While the gameplay delivers an equal parts comical and bleak interpretation of real-life socioeconomics, some of the game's funniest moments come from its largely stellar voice acting. By and large, the writing and voice talent behind Penultimo, El Presidente's exceptionally sycophantic right-hand man, steals the show. Almost equally well-written and well-performed are the lines declared by faction leaders when issuing demands, though these grow tiresome early on due to their frequent repetition and wholesale irrelevance to the actual details of their corresponding demands. Similarly, El Presidente is able to deliver novel speeches that the player cobbles together in piecemeal fashion, and the recycled voice lines that comprise the final product get painfully old very quickly. All of these sequences can be skipped or muted, of course, but either option hardly amounts to an elegant solution, with the latter resulting in awkwardly silent cutscenes at the start and end of each campaign mission - during which Penultimo's vocal splendor goes sorely missed.

Entirely new to the Tropico formula are raids, which grant players the means to wage undeclared economic warfare (i.e., piracy), politically destabilize superpowers, and even pull off heists in which Tropican agents steal world-renowned landmarks, like Stonehenge and the Statue of Liberty, in their entirety. As the little fish in a big pond, it's cathartic to covertly sap resources from superpowers and curry favorable political outcomes in a way that truly feels globally impactful. That said, raiding is one of the few actions in Tropico 6 that hardly engenders any a shred of the thoughtful hesitation normally undergone before taking advantage of the game's other mechanics. The drawback to raiding rarely amounts to more than a slap on the wrist, which is odd considering the player's duplicity is aimed exclusively at superpowers that could just as easily wipe Tropico off the map as they could level crushing sanctions against it.

In today's era of early access titles and full-price releases that might as well be early access titles upon launch, it's refreshing to say that Tropico 6 is impressively stable, with this writer having experienced no crashes or significant performance issues during their time with it. Unfortunately, one particularly frustrating bug did arise, involving the game's Teamster Ports, which move goods between islands via boat. Each time a new link in an island's resource chain was added, the Teamster Port responsible for that individual island would have to be demolished and rebuilt in order to get products flowing smoothly once more. While it sounds only inconvenient on its surface, this bug can occasionally bring players' current task progress to a grinding halt, meaning that they'll have to add an extra money- and time-sensitive step to what should be simple constructions, upgrades, or work mode changes lest they suffer from unintended inefficiency.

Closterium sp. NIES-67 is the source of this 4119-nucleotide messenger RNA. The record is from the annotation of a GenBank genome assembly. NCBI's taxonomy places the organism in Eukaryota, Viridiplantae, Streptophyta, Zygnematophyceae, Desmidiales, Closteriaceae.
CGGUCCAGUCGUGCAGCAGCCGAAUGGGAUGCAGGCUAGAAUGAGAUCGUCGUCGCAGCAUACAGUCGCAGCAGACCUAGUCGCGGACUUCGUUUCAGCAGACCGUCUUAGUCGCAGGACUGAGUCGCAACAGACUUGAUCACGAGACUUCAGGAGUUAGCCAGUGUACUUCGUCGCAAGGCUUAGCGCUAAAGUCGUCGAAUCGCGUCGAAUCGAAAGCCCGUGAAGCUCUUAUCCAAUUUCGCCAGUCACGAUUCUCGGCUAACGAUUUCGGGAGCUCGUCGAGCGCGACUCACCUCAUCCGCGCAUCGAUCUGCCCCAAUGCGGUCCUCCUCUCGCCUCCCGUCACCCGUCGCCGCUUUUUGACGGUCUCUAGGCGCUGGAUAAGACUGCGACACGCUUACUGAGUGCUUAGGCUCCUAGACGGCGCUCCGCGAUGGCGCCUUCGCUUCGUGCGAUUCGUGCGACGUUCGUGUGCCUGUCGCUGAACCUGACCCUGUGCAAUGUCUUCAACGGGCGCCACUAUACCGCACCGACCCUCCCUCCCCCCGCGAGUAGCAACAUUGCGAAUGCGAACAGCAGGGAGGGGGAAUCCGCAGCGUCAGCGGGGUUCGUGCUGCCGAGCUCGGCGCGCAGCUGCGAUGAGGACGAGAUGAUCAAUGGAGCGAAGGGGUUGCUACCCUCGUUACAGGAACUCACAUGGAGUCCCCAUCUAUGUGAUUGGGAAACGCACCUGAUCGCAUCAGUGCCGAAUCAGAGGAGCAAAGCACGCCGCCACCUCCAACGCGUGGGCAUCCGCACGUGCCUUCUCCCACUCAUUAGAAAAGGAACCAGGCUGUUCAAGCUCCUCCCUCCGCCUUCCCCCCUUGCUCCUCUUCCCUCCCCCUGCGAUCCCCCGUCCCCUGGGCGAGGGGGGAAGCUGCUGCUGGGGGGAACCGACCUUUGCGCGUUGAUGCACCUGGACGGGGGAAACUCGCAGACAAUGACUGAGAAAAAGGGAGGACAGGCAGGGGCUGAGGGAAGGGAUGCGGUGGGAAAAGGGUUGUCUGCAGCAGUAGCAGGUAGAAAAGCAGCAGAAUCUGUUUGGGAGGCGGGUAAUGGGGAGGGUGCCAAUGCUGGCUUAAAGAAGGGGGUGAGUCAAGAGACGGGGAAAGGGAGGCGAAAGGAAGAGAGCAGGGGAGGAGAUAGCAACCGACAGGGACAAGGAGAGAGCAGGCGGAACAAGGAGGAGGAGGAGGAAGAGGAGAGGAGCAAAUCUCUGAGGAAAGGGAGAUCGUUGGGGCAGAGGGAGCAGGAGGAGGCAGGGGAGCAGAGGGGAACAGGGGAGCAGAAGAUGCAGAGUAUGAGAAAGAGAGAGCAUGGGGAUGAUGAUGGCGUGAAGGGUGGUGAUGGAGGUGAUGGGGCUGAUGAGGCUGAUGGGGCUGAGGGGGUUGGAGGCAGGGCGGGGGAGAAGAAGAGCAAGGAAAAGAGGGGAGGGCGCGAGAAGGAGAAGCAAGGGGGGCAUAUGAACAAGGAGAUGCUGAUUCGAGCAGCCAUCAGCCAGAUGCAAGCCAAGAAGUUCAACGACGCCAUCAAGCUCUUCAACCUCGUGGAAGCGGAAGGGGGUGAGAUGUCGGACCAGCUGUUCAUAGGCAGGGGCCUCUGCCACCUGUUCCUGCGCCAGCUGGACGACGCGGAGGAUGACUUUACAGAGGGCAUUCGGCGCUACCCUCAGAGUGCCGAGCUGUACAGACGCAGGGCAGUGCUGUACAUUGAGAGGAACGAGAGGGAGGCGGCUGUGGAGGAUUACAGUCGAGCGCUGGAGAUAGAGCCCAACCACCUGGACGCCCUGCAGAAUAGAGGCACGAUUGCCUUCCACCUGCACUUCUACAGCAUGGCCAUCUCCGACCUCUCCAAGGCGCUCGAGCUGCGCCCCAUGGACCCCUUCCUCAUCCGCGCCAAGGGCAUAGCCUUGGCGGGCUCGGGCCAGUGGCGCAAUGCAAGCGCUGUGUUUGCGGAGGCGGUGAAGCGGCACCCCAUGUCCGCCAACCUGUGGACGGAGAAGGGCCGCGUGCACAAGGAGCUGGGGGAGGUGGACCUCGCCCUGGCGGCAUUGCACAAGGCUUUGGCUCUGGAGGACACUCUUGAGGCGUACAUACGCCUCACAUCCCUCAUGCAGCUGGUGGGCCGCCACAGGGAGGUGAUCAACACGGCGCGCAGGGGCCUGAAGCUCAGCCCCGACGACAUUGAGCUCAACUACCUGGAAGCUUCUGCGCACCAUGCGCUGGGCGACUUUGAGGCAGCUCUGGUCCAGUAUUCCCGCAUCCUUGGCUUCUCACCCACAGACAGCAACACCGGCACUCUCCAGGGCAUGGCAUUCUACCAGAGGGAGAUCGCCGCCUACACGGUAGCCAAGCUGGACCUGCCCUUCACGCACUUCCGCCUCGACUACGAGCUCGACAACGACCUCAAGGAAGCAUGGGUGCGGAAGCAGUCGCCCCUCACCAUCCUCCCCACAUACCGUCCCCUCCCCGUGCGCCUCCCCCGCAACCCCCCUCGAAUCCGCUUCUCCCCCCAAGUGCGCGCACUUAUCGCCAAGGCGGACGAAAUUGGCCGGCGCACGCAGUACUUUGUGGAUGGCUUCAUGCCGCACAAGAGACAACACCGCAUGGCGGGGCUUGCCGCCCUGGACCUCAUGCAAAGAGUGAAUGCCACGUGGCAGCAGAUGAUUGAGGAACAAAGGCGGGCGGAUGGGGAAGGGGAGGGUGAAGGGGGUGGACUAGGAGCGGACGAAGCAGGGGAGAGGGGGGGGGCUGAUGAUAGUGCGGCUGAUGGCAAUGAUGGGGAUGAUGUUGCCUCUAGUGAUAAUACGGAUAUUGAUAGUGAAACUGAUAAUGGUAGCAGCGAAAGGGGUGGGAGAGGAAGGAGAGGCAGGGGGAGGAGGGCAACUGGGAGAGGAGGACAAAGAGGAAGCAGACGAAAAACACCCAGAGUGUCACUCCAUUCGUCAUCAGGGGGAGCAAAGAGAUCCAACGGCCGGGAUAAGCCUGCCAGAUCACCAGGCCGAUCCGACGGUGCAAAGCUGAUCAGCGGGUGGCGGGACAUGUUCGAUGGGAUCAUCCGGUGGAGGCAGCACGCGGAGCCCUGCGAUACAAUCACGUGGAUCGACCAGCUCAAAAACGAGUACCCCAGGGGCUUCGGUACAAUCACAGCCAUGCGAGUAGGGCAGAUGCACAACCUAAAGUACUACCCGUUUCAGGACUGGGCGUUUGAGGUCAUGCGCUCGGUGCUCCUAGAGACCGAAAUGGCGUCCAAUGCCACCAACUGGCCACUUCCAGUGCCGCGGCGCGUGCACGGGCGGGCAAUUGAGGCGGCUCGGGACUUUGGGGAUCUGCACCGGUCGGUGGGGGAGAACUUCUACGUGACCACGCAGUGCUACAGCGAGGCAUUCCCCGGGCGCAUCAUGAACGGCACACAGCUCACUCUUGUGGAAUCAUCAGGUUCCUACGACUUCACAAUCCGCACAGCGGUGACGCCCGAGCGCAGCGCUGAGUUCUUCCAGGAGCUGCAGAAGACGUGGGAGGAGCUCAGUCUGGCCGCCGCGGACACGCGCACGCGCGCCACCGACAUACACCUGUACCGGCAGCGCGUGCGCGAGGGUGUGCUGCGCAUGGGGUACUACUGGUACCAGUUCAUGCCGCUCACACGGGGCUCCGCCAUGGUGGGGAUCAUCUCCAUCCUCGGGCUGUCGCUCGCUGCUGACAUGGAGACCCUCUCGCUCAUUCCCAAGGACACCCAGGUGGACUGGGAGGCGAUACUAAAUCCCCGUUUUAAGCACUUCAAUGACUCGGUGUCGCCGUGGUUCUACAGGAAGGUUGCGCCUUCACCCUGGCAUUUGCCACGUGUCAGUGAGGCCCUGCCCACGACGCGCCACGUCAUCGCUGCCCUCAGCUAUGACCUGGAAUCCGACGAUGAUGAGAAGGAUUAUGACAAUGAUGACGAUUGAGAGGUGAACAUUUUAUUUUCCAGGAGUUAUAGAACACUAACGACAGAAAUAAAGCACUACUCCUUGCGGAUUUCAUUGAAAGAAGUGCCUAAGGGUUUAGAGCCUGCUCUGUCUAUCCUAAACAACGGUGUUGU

Finally, it's a genre trapping, but it's worth mentioning for those unitiated players considering to make Tropico 6 their launchpad into the world of city builders and management sims. While it is more accessible than most sims of similar depth, players of Tropico 6 should be prepared to spend a large portion of their time with the game watching their plans unfold and, ideally, little else. Although there's usually much to be done, once the player's island nation has been developed into a relatively self-regulating machine during each era, players will mostly be watching and waiting for hitches in their well-intended designs. That's certainly not a complaint, but if watching tiny islanders go about their day while waiting for a new structure to finish being built doesn't sound very appealing, potential players don't need to regret sitting this one out.

In all, Tropico 6 is a proper entry by series newcomer developer Limbic Entertainment, whose thoughtful additions are as welcome as the impressive manner with which they effortlessly have recaptured the whimsy and charisma of the franchise on the first try. Full to the brim with raucous satire, sufficiently deep mechanics, and an admirably balanced gameplay that keeps players watching the calendar tick upwards, Tropico 6 is a well-rounded sim experience that is only lightly held back by repetitive audio design and (at the time of writing) an unfortunate bug. Aside from those gripes, Tropico 6 may be the best of its name yet.

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Tropico 6 is now available on PC and Linux with a Mac version coming soon, and releases on PlayStation 4 and Xbox One this summer. Screen Rant was provided a PC code for review.